Asia-Pacific, Assistive Technology, July 19 2019

A new software developed by Bengaluru students will completely change the way visually challenged students access maps and images in Braille books. ‘Soft-Braille’ — a software developed by the faculty and students of information science and engineering department of MS Ramaiah Institute of Technology (MSRIT) has made it easier to print images and maps on common Braille stationary using just a dot-matrix printer, a huge leap from earlier days when such an exercise required high-quality swell paper and expensive thermal printers.

And the best part is that the price for printing a page has now come down to Rs 5 per page with the help of the software from the earlier Rs 70 to Rs 100. Dr Mydhili K Nair, Professor and UG Programme coordinator at MSRIT said, “Braille textbooks have a separate appendix featuring all the images related to the text. Reading a chapter and searching for a descriptive image in the appendix is always challenging for the students. But by using the software, images related to the chapter can easily be printed on the same page and it is much cheaper than the conventional method.”  Dr Mydhili along with D Jagadeesh Sai, Lincy Meera Matthews and students of the Information Science and Engineering wing under the guidance of HoD Dr Vijayakumar BP worked extensively on the software. Funds from Saroj R Dusad Trust helped the team in designing the software.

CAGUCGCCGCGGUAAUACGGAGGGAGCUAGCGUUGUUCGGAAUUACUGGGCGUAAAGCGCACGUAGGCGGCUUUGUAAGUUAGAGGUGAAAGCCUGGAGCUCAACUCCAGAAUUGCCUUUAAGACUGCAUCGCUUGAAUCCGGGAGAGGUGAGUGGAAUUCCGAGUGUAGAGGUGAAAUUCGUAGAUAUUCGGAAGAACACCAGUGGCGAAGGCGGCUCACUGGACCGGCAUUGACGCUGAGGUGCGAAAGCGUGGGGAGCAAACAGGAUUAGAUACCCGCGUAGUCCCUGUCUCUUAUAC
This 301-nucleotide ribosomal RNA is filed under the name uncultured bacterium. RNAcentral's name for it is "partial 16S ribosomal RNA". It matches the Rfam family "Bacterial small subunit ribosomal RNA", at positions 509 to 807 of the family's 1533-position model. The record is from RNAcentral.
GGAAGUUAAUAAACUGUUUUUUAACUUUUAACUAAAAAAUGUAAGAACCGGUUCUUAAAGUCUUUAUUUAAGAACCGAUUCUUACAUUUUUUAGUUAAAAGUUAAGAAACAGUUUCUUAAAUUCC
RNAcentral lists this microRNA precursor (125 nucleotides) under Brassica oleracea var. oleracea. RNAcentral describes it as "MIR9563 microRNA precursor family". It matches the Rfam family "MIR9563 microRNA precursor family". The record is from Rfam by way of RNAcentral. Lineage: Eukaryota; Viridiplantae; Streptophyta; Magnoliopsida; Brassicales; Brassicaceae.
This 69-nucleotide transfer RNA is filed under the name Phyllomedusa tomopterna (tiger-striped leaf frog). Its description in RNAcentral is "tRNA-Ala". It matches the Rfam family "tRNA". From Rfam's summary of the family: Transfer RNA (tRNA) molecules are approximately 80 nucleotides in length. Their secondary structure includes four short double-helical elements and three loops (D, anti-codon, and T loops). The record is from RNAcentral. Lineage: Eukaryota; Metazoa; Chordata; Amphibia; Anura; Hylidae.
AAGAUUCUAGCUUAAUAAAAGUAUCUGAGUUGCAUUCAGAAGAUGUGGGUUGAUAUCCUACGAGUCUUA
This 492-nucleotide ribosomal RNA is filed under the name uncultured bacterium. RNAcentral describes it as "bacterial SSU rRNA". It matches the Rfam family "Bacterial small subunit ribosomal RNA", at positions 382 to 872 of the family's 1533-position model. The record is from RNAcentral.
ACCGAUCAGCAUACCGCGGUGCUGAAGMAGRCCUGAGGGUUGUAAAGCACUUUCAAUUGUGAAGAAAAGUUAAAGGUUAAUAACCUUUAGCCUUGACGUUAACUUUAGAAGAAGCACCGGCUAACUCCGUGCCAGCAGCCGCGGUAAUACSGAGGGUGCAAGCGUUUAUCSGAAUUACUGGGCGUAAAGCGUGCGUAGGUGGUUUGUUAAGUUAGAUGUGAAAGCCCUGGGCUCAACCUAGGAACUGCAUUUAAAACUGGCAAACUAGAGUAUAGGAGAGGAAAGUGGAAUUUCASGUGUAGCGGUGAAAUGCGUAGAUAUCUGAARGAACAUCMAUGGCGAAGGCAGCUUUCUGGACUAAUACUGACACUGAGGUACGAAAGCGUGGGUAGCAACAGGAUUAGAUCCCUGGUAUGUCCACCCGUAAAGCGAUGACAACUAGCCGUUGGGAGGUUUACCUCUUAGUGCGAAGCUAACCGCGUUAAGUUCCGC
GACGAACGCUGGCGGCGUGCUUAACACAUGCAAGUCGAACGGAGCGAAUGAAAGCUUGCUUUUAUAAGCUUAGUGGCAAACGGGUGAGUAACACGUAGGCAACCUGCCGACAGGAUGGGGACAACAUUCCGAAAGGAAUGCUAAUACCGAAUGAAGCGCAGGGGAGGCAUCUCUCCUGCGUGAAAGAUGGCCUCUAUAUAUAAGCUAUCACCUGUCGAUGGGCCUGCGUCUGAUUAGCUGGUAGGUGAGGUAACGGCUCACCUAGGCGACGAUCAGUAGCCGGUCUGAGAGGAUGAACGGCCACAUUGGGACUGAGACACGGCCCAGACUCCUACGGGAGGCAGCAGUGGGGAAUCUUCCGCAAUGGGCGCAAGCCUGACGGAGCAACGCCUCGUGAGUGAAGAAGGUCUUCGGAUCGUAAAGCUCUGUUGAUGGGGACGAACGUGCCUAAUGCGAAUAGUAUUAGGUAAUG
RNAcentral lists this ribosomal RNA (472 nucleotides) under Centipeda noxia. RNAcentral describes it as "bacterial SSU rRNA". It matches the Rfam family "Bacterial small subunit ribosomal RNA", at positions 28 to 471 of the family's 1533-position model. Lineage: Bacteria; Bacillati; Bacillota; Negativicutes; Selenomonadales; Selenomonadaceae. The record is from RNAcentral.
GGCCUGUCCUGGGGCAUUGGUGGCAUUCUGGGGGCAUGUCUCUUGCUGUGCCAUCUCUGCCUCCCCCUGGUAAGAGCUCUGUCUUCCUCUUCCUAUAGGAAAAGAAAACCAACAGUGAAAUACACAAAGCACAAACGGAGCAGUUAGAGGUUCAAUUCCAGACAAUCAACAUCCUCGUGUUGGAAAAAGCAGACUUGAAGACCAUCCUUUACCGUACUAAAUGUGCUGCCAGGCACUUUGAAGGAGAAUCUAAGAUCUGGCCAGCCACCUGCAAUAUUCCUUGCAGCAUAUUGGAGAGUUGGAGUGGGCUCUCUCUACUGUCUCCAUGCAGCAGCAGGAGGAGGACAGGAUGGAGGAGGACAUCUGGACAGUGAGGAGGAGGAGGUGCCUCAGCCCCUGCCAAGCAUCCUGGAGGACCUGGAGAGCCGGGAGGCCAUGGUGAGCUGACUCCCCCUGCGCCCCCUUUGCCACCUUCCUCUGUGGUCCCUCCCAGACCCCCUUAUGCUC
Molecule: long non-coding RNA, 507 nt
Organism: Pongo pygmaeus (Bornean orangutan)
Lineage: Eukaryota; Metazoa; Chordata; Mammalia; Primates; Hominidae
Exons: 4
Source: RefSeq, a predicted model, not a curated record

Mathru Educational Trust, Yelahanka, has already begun using the software from this academic year. In more good news, the MSRIT is offering the software free of cost to all schools teaching visually challenged students. The software pack comprising three applications – Soft-Braille, TALK-Tactile Auditory Learning Kit and Auducator. TALK allows students to trace outlines of the images. “As soon as they trace, say a map or the image of an organelle in biology, pre-loaded audio label tells these children what they have traced,” explained Jagadeesh. The ‘Auducator’ app is specifically designed to help students understand concepts in mathematics. “Based on the number of repetitions of a sound, the students are taught to add, subtract and solve basic arithmetic problems,” said Lincy.

Speaking to DH, Gubbi R Muktha, founder and managing trustee of Mathru Educational Trust, said the software also allows special children to learn on their own. “If the methods developed by them is used in Braille textbooks, it will improve the comprehension of students,” said Muktha. The developers are currently working on vernacular versions of the software.

Originally Posted in the Deccan Herald